Third, you can certainly reduce the dpi and that will compress an image, but remember the physical landscape of the image itself should only be sized to what you need to display on the web. That’s probably around 1800 pixels. I’ve seen some clients upload photos that are over 3000 pixles wide! Resizing your images BEFORE you upload to your media library is important. Fortunately, WordPress now provides a resizing tool inside the Edit feature of your WordPress Media Library, so you can resize photos down. Note: Never resize photos up or you will literally be stretching the photo like a rubber band. That will stretch the pixels in the image and your image will look like crap. You always downsize. Never upsize!
Fourth, you can use a tool like WP Smush, which is a freemium plugin, to compress your images to the best possible size and resolution. When you install WP Smush, you can compresses up to 50 images at a time with the free version. You’ll have to keep clicking if you have more images to compress. It will also not compress images over 1MB, so to process all images and images over 1MB, you’ll have to upgrade to the paid version.
Fifth (and maybe it should have been first), under Settings > Media, you can set the sizes for Large, Small, and Thumbnail images when you upload them. WordPress will retain the original file, but also copy and store resized versions to select for posts/pages. While this does not “compress” the image, it does help with managing the sizes you want to set for your site.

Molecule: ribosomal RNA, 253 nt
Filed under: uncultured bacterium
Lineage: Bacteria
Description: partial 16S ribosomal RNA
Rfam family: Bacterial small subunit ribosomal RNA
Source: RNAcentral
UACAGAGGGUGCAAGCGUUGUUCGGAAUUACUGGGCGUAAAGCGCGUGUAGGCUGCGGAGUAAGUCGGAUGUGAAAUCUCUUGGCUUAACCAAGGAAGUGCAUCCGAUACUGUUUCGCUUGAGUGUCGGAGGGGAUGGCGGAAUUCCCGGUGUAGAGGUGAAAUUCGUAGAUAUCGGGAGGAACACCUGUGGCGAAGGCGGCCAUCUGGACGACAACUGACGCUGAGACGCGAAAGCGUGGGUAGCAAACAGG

Sixth, remember that PNG is for transparency. You might use PNG for a logo, a small icon, or some other small graphic that may have a special use case, like a drop shadow. Don’t use PNG for large photographic images. It adds data to the image and therefore increases the file size. If you have a photo, always used JPG. There’s no reason to use PNG for any photo.
Lastly, use a CDN (content delivery network) to speed up the delivery of images on your website. With plugins like W3 Total Cache or Super Cache, you can send your website’s image to servers around the globe for storage and retrieval at the “edge” of major cities, so that they are served quickly to your intended audience. If you’re using JetPack by Automattic, you can turn on Photon, which is powered by Automattic. Photo is the CDN employed by WordPress.com, so you can leverage Automattic resources to store your photos on servers around the world. The caveat here is that it most likely only store and serve images uploaded to your media library. If you have images in your theme’s folder, they may be ignored by whatever solution you use. You want to choose a theme that doesn’t store images in the theme folder, or they’ll just be forgotten. The’ll then show up on a Google Page Speed Insights report telling you they need to be compressed, but WP Smush only compresses images in your media library and not extraneous images in theme folders.
If you need additional custom image sizes, you can use a plugin like Simple Image Sizes to create additional settings for you to select when publishing posts/pages: https://wordpress.org/plugins/simple-image-sizes/
Here’s the link to download WP Smush:
Note: The Featured Image above is set to 624 KB and 1800 × 916. That means, it will size for most large screens and will automatically resize in mobile responsive for smaller screens. Compression will help the image load quickly on mobile devices.